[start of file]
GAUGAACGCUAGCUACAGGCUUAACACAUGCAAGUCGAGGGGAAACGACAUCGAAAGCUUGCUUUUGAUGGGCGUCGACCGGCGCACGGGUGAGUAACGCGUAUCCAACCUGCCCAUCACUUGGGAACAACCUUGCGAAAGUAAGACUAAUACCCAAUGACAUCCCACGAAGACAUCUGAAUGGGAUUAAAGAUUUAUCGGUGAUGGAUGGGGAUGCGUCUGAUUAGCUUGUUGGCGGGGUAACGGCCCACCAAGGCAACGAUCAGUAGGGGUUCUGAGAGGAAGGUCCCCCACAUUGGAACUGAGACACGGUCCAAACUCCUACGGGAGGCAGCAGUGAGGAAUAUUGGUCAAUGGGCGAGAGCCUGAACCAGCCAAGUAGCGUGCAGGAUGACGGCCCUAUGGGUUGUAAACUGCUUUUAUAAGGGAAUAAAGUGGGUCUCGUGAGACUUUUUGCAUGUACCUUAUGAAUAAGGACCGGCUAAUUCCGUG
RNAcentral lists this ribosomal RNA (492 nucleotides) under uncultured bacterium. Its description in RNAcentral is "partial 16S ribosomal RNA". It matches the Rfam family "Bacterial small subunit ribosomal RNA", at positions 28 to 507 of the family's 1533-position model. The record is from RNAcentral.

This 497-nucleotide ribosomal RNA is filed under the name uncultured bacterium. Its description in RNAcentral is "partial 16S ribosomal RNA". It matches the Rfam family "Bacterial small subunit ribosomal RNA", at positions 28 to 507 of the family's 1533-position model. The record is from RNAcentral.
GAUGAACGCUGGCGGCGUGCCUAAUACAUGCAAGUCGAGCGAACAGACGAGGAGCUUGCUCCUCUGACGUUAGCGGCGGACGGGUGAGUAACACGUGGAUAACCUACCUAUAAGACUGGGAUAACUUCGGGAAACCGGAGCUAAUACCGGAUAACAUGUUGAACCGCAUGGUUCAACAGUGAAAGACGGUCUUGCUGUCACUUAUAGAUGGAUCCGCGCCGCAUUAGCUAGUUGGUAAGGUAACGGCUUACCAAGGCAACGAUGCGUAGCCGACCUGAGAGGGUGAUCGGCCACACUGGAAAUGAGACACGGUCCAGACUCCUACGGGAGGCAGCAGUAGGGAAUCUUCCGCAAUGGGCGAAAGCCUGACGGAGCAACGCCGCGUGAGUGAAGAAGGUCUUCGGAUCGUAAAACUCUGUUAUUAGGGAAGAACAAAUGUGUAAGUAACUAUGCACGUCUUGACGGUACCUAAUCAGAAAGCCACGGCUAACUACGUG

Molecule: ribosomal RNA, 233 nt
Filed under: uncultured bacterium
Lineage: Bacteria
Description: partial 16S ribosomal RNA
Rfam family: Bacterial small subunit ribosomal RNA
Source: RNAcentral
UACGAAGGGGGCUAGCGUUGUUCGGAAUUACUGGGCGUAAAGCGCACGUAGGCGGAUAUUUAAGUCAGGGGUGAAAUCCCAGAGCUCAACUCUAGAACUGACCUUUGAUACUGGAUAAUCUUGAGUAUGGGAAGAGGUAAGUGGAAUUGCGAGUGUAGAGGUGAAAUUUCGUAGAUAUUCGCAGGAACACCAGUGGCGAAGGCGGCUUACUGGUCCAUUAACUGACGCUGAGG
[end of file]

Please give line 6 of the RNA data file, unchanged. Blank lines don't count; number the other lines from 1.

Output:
Filed under: uncultured bacterium